TB skin testing (Mantoux) is a two-part process: the test solution is given to the student using a very tiny needle in the arm; 2 days later the test is “read” to check for reaction. Students will be given a record of their TB test when they return for the reading. This is the student’s PERSONAL RECORD and is NOT to be given away. If you need to provide someone with this document (i.e., STEP Office, Department of Nursing, Health & Exercise Science), make a copy of your record.
Students who are required to have a TB test for classroom field experiences, including JPE and student teaching in New Jersey Schools, are required by the New Jersey Department of Education to have provide the following:
- Documentation of a negative TB test result in the last 6 months before your first classroom field experience (which usually occurs in your sophomore or junior year) OR documentation of a positive TB test result, regardless of when this test was done, is required.
- You do NOT need a TB test if you have less than 20 hours per month of pupil contact.
- Annual testing is NOT required.
- Once you have submitted this documentation, retesting is NOT required when transferring between school districts.
- If the school nurse requires you to provide proof of TB testing that is not in accordance with the above paragraph, please notify the Director of TCNJ Student Health Services via e-mail at firstname.lastname@example.org or contact Student Health Services at (609) 771-2889.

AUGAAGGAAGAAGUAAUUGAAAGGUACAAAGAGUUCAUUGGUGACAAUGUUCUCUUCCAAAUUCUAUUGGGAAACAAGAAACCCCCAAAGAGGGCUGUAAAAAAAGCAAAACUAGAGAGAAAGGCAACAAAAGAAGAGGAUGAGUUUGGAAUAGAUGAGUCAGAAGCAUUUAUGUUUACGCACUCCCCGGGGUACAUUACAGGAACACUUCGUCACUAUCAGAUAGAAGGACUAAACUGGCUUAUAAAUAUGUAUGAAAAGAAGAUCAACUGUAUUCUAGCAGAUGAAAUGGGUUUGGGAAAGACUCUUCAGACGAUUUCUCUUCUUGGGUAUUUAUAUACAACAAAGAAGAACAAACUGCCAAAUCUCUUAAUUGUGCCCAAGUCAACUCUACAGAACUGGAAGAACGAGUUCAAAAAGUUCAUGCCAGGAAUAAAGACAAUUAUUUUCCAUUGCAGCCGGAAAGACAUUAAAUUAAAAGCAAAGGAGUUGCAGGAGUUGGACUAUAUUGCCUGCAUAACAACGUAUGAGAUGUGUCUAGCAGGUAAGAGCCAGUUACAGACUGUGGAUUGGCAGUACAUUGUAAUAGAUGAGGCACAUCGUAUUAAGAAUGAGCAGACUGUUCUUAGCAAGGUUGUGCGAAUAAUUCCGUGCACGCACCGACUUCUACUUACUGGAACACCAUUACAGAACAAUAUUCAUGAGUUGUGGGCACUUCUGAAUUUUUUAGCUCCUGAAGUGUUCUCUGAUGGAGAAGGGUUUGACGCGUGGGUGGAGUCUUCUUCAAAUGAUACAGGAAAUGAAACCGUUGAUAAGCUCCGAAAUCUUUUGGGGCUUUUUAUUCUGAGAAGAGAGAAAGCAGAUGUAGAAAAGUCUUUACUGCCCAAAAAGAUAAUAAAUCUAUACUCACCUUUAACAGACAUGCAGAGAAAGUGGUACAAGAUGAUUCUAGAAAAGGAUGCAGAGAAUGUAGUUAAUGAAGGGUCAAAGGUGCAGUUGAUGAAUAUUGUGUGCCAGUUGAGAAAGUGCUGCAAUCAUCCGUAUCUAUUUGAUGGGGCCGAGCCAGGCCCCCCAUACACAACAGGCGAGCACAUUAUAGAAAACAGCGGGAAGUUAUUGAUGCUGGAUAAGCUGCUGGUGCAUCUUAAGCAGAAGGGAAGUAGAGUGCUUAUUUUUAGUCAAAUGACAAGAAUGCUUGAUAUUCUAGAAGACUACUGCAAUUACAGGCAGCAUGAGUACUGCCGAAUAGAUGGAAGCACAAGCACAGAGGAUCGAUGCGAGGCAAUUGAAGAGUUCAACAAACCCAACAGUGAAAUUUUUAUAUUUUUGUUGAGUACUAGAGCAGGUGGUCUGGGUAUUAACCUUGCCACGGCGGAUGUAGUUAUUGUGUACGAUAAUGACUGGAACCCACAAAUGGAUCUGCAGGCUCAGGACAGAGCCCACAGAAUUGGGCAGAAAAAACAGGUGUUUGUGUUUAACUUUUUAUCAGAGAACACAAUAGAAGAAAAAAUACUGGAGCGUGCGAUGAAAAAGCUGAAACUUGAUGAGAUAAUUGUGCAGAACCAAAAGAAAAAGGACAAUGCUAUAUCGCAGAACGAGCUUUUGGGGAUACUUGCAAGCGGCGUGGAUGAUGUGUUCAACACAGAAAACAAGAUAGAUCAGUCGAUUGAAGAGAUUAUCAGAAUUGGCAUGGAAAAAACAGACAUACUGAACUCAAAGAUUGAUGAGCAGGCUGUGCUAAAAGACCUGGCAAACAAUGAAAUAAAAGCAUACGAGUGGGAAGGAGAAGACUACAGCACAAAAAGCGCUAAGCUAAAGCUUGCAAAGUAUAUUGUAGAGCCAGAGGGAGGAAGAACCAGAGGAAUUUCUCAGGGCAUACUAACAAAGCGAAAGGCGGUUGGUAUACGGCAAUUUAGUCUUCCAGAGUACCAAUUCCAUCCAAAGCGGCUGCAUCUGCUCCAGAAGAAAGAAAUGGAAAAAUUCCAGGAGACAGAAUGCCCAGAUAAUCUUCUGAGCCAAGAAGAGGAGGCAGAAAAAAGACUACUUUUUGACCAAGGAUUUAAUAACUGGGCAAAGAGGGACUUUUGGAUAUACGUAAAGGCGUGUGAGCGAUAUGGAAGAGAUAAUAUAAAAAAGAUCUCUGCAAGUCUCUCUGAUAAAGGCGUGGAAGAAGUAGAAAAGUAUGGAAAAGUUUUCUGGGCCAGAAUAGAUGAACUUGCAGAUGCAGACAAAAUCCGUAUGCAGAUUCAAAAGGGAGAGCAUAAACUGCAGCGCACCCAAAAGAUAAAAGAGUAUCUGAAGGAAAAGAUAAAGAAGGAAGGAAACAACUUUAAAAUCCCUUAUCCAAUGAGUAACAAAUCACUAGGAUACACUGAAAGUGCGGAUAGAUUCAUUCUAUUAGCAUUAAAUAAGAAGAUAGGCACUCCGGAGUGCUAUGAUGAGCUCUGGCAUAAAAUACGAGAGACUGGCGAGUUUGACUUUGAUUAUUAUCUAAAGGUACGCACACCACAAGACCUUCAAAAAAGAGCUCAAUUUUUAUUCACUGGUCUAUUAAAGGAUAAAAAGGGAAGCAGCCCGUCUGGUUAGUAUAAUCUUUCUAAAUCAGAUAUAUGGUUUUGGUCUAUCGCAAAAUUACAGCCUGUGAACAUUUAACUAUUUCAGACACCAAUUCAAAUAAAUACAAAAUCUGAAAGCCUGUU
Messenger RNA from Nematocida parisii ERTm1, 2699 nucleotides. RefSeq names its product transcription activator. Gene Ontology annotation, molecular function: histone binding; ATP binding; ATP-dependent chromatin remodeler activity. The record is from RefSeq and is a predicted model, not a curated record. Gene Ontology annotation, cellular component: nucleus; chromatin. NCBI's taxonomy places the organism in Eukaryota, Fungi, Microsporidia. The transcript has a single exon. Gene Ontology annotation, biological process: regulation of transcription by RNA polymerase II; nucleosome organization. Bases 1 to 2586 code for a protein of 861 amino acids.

About the TB (Mantoux) Test
The Mantoux (pronounced ‘Man-two’) skin test can show if a person has every been exposed and infected by tuberculosis (TB) germs. TB infection does not mean the person has the disease, but if someone has been infected there is a chance that they may get sick with TB in the future.
The Mantoux test is a simple and safe test. It is NOT a vaccination. A small amount of liquid is injected just under the top layer of skin on a person’s arm using a tiny sterile needle and syringe. Forty-eight to 72 hours later the skin reaction, if any, is measured and the result is recorded. An interpretation is made by a trained health care professional as to whether the test is positive or negative.
NOTE: If you have recently had a vaccination containing a live virus, such as MMR (Measles, Mumps, Rubella), nasal spray type Influenza (flu) vaccine, or Varicella (Chickenpox) vaccine, you must wait 4-6 weeks after vaccination before a TB test can be given in order to avoid false negative reactions. If you are having the TB test because you may have been exposed to TB, you must wait 10-12 weeks for the test to be reliable.
A TB test can be performed regardless of whether or not you had BCG in the past.
Positive TB Tests
If your test is interpreted as positive, you will need an evaluation by one of the Student Health Services’ clinicians to rule out active tuberculosis and recommend a course of treatment or further evaluation. Blood will be drawn and sent to the lab to confirm the result of your TB skin test. If this test is positive, a chest x-ray will be ordered to rule out Active (contagious) Tuberculosis. If the blood test is negative, the nurse practitioner in Student Health Services will determine if a chest x-ray is still needed. Once Active Tuberculosis is ruled out, you are not contagious and will be permitted to participate in classroom field/clinical experiences. However is your TB test is positive and your chest x-ray is negative, you may be diagnosed with Latent Tuberculosis (noncontagious) and offered medication to treat this infection. The nurse practitioner will discuss this with you. Treatment for Latent TB is available in Student Health Services at no cost to you. If your TB test is positive and your chest x-ray is positive, the New Jersey Department of Health will be notified as required by law and you will be referred off-campus for treatment. To learn more about Tuberculosis and TB skin testing, please visit the CDC website at http://www.cdc.gov/tb/ or email Student Health Services at email@example.com.